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It's just ...

Updated: Dec 14, 2022

Today, I got to do something that I really enjoyed. And that has had repercussions.

I usually say to people that I don't work before 10am, sometimes later. I tell them it's because it takes a while for me to go through the evolution of humans to be upright. I say that I like to wake up naturally so that I have slept off my medication.

But, I had been invited to an event in Winchester, starting at 9.30am, that I really wanted to go to.

It will be alright, I thought. Ever the optimist.

My alarm went off at 6.30am. I got up, came downstairs, washed my cats' bowls and fed them. I made and ate my breakfast. Then I showered, dressed, and did my hair.

My partner drops me off not far from the first train station. I get out my floral walking stick. I cross the road; go down through the subway; walk up the shallow stairs; cross another road; buy my train ticket; then sit on a metal bench to wait for my first train. It's 8.15am on a cold, October morning.

I get a seat near the door on the train and travel the three stops to the next station.

I get off the train and walk to the lift, as my next train is leaving from platform one and I'm on platform two. I walk across the corridor to the lift to take me to the next platform. Then, when I get there, the board says that the next train is actually leaving from platform two. Back to the lift, across the corridor, in the next lift, down to the platform.

Then the guard says that the next train to Winchester is leaving from platform two but the train that will get there first is leaving from platform one. Sigh.

Back to the lift. Back across the corridor. Back down the lift.

I stand for ten minutes; get on the train; I get a seat a few rows from the door.

I arrive at the station. Leave; walk down some steps; walk through a subway; then start walking, mostly downhill, to the venue. It's a 15 minutes walk.

I get to the event and spend the next two hours standing and chatting to several incredible women. We talk, we laugh, we share passions; brilliant!

And my pain levels are increasing rapidly.

Once the event finishes, two hours later, I cross the street to one of my favourite cafes. I order a hot chocolate (a MUST in Chococo) and a toastie for an early lunch. Delicious.

As I sit there, my pain worsens. Do I get moving or do I rest a bit longer? My feet are blistered and throbbing; my hips are spasming; I feel like I have been slammed against a concrete wall.

I decide to order another hot chocolate. I walk to the counter. This time, I ask the server to carry my drink for me as my usual pain in my left arm has got worse and I feel wobbly on my feet.

I sit. Until I can feel myself seizing. Time to move.

I start the walk back.

I stop to chat with a homeless woman. She looks so cold. She tells me how she hardly slept the night before because she couldn't get in the hostel. I give her a bit of money towards a room there for tonight. We chat some more. My pain is horrible but, I saw several people ignore her before I reach her and I don't want to add to that number. And, my pain may be horrible but at least I have a warm home to go to.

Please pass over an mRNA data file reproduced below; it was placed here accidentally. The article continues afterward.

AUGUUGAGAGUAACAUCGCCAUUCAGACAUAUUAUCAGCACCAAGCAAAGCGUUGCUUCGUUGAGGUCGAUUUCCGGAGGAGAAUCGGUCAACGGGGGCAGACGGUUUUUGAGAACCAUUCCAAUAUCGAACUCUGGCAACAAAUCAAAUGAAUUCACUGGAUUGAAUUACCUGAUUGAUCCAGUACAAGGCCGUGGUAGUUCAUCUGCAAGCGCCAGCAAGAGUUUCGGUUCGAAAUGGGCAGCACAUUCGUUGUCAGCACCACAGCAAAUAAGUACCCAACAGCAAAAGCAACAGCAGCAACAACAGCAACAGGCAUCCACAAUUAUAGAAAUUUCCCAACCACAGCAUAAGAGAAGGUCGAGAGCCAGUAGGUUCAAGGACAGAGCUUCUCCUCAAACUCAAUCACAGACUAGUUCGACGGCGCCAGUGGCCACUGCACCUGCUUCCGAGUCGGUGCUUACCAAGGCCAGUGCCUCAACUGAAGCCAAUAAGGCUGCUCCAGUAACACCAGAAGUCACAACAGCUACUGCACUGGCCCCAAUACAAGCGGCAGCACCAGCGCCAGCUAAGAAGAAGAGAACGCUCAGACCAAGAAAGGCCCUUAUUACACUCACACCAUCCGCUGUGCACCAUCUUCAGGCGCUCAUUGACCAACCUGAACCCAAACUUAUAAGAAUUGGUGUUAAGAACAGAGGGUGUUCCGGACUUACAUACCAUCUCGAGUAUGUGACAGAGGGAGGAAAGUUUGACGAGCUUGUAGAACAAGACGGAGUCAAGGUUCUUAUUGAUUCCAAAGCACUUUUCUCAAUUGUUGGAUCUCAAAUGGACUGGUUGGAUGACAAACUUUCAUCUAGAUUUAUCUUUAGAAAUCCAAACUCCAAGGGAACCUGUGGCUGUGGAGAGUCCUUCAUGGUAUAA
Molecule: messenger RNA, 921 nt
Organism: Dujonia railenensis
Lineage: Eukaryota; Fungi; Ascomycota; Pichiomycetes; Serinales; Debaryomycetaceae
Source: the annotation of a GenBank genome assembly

I say goodbye a little bit later and continue the walk to the station. I hope to catch a bus but there are none at stops when I get to them. And that relatively okay downhill walk to the event, well, it's now uphill. And I feel every step intensely.

I get to the station. There are no seats available. My stick is covered in flowers so it's easy to see. No-one offers me a seat.

I get on the train. There are no seats free. Again, no-one offers me a seat. Two stops in, someone leaves and I get their seat.

I get back to Southampton train station. Back up the lift; across the corridor; down in another lift.

I've already decided that I can't do the second train and the fifteen minutes walk back home so I leave the station, cross two roads, and get on a bus that's, thankfully, waiting. The bus stops very near our house.

I walk the last short walk home and go indoors. I need to take my coat and boots off; I need to wee; I need to make a drink. But I hurt so much and I don't know what to do. So I cry. Then I do what I need to do and I settle on the sofa.

And the pain gets worse. I'm at my limit for pain killers. I just have to sit with it.

Now, why have I shared this with you?

When I'm invited to things, people often say, "It's easy to get to! It's just a little way from the train station/bus stop!"

It's never "just", not for people like me. It's walking, and stairs, and on and offs, and standing, and jostling. And pain.

Pain that is far worse than my normal everyday pain. It's pain that will take me a few days to recover from.

All from "just" going to an event that's "easily" accessible by public transport.

So, if you have a friend that has disabilities, that has a chronic condition, and you want them to go to things with you, and they're, like me, unable to drive, please offer them lifts.

If you put on events that you want to be inclusive, offer to organise lifts for your guests.

And, if you want some guidance on making your friends feel more included, on making your events accessible to as many people as possible, ask for help; I offer consultations to help individuals and businesses to become more inclusive.

And please remember that, before our disabilities, before our conditions, we are human, with the same wants, needs, and desires to belong, to be included, to do fun things, to enjoy your company.

You can make that happen.

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